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Emergency Preparedness Testing Requirements Clarified

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  • July 6, 2022
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Emergency Preparedness Testing Requirements Clarified

Check updated survey memo to ensure your facility is working in compliance.

With the COVID-19 public health emergency (PHE) fully into its third year, providers have been wondering about their ongoing responsibilities for emergency preparedness (EP) testing. Now they have an answer.

How Often to Providers Have to Conduct EP Testing?

In a final rule published in the Sept. 30, 2019, Federal Register, the Centers for Medicare & Medicaid Services (CMS) streamlined a number of duties under emergency preparedness requirements. That included how often facilities and providers have to conduct EP testing.

           One of the changes in the rule was to allow inpatient providers — including inpatient hospices — to conduct two training exercises a year. “One of the two annually required testing exercises could be an exercise of their choice, which could include one community-based full-scale exercise (if available), an individual facility-based functional exercise, a drill, or a tabletop exercise or workshop that included a group discussion led by a facilitator,” CMS explained in the final rule. The other test must be a community-based full-scale exercise, if available, or an individual facility-based functional exercise.

           For home health agencies and freestanding hospices, Medicare requires them to conduct “one community-based full-scale exercise, if available, or an individual facility-based functional exercise, every other year and in the opposite years, these providers may choose the testing exercise of their choice” — including a drill, tabletop exercise, or workshop.

CMS Clarifies EP Requirements

Another new rule provision came into sharp focus under the COVID-19 PHE. “Facilities that activate their emergency plans are exempt from the next required full-scale community-based or individual, facility-based functional exercise,” CMS said in a Sept. 28, 2020, memo to state surveyors released on Oct. 2 of that year. To access this exemption, “facilities must be able to demonstrate, through written documentation, that they activated their program due to the emergency,” CMS told surveyors in QSO-20-41-ALL.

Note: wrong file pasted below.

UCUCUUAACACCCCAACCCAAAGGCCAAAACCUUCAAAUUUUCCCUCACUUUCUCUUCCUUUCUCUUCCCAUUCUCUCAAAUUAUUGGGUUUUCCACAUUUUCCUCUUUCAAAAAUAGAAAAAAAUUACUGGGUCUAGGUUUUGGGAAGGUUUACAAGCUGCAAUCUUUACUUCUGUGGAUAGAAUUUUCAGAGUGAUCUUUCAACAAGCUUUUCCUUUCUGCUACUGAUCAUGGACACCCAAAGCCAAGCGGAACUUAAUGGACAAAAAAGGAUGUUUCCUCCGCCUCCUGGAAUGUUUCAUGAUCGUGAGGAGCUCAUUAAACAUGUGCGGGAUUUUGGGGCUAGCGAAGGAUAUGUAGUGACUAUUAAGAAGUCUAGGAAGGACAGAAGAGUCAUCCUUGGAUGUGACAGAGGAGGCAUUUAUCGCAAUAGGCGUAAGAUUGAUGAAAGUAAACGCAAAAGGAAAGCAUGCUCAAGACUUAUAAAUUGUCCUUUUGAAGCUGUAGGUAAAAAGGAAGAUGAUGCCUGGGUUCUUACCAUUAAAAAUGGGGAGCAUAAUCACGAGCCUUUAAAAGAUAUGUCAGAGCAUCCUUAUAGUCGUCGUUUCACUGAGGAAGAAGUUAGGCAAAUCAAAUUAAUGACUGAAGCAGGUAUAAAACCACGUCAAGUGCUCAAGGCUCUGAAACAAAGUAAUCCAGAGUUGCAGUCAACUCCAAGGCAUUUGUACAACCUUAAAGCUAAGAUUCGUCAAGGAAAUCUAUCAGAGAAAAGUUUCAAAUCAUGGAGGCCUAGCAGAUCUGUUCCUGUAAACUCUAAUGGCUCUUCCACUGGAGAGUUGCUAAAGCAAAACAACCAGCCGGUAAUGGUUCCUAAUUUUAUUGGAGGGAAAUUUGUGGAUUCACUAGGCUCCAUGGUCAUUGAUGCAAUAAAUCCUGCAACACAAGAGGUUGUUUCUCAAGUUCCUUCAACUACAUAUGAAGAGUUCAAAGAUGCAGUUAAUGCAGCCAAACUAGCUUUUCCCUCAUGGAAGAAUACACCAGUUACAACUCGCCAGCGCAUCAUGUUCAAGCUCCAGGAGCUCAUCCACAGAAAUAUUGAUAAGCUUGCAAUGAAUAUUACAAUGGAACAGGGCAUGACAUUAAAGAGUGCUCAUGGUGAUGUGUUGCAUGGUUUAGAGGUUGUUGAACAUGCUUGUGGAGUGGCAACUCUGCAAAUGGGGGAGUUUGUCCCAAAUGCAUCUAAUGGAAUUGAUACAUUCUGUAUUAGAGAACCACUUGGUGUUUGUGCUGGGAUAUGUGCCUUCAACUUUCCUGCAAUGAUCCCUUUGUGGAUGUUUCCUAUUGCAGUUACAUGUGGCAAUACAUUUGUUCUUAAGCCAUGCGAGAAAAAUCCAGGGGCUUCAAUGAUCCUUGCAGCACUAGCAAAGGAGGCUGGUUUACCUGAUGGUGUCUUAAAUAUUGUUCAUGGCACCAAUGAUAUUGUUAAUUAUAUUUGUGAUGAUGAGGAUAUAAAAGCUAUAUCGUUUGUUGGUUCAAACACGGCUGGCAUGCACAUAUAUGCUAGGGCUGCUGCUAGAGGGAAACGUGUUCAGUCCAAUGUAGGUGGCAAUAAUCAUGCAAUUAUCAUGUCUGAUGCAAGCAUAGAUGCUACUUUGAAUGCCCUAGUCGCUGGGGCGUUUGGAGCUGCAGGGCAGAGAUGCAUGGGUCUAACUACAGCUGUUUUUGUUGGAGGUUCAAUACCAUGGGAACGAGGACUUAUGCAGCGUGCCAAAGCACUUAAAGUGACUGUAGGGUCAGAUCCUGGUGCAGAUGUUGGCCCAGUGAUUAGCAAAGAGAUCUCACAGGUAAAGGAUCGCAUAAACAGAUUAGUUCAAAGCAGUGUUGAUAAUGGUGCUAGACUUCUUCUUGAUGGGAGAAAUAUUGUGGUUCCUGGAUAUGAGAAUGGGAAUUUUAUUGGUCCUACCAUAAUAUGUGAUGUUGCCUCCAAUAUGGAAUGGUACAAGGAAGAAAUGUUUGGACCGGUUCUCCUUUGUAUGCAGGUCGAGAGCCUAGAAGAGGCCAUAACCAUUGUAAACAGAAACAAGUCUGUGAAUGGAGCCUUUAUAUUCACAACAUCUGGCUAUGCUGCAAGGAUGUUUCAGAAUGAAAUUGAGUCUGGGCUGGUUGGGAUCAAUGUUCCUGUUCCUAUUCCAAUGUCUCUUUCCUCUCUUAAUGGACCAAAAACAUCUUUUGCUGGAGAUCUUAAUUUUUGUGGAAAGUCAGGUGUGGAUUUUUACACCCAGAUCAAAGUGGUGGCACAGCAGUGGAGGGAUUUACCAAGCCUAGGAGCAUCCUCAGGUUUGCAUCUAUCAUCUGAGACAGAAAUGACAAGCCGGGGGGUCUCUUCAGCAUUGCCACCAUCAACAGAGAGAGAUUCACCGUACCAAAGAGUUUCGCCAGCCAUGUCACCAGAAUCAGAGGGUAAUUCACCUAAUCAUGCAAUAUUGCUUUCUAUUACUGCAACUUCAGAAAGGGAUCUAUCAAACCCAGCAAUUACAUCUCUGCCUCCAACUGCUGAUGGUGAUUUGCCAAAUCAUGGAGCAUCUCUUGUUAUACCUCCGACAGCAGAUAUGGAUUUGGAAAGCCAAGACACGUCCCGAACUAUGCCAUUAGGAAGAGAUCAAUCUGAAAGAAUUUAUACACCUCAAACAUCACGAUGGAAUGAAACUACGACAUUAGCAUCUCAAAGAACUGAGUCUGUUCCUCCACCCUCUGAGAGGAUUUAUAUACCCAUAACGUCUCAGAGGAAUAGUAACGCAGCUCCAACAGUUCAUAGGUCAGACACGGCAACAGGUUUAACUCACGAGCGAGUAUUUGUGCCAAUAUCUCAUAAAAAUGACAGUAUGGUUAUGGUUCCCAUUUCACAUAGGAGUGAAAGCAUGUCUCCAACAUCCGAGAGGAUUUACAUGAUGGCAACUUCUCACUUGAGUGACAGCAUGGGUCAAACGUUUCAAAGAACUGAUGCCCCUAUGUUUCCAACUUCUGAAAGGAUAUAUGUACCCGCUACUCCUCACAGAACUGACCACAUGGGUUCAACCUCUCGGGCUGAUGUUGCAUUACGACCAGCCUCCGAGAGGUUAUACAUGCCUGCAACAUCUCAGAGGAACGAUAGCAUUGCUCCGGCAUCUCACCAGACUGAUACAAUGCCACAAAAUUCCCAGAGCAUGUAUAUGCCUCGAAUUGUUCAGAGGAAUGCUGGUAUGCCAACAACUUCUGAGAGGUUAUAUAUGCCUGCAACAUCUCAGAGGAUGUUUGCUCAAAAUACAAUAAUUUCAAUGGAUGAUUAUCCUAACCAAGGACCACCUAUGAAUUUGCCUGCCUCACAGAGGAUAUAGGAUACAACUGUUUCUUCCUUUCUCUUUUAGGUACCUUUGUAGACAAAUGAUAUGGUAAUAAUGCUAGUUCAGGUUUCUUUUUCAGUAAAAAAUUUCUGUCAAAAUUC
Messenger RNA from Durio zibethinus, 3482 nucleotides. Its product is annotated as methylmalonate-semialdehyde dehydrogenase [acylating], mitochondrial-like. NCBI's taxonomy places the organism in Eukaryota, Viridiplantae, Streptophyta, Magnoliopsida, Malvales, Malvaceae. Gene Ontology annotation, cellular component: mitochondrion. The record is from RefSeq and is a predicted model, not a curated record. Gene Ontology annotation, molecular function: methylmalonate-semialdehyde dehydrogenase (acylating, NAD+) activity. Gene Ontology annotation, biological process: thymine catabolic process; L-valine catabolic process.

In the updated memo, CMS added some qualifiers to that exemption for providers that are still operating under their emergency preparedness plans, or that have reactivated them. “While facilities may claim the exemption if operating under an activated emergency plan, CMS encourages facilities to conduct full-scale or individual facility-based exercises in order to ensure facilities are fully prepared to respond to all emergencies, should they arise,” the memo says.

           “We also note that some facilities may be operating under an activated emergency plan for the COVID-19 PHE and are required to activate additional plans or procedures based on another disaster or emergency such as inclement weather,” CMS adds. “Full-scale exemptions due to an actual disaster are based on any activation of the emergency plan during the facility’s 12-month cycle. Exemptions do not accumulate or carry over to following full-scale exercises,” the memo instructs.

New Scenarios Clarify Changes

The memo adds a few new scenarios to explain its updated guidance. The National Association for Home Care & Hospice highlights this example from the memo as helpful to hospice and home health agencies:

           Question: “Facility Z conducted a table-top exercise in June 2019 (based on its annual cycle). It is scheduled to conduct a full-scale exercise in June 2020. In March 2020, Facility Z activates its emergency preparedness program due to the COVID-19 PHE. The facility conducts its required exercise of choice in June 2021. As of March 2022, the facility continued to operate under an activated emergency plan.

           “When must the facility conduct its next required full-scale exercise? What is the exemption based on the requirements?”

           Answer: “The facility is exempt from the June 2020 scheduled full-scale exercise for that ‘annual year’ and is required to complete an exercise of choice in June 2021, and a following full-scale exercise in June 2022. It is exempt from its next required full-scale or individual facility-based exercise which would have been in June 2020. However, since the facility is continuing to operate under its activated emergency plan in early 2022, the facility is exempt from the full-scale exercise in June 2022,” the updated memo clarifies. 

Rebecca Johnson

About Has 38 Posts

Rebecca L. Johnson, BS, is a development editor for AAPC newsletters. She has covered the home health and hospice markets for 20 years.

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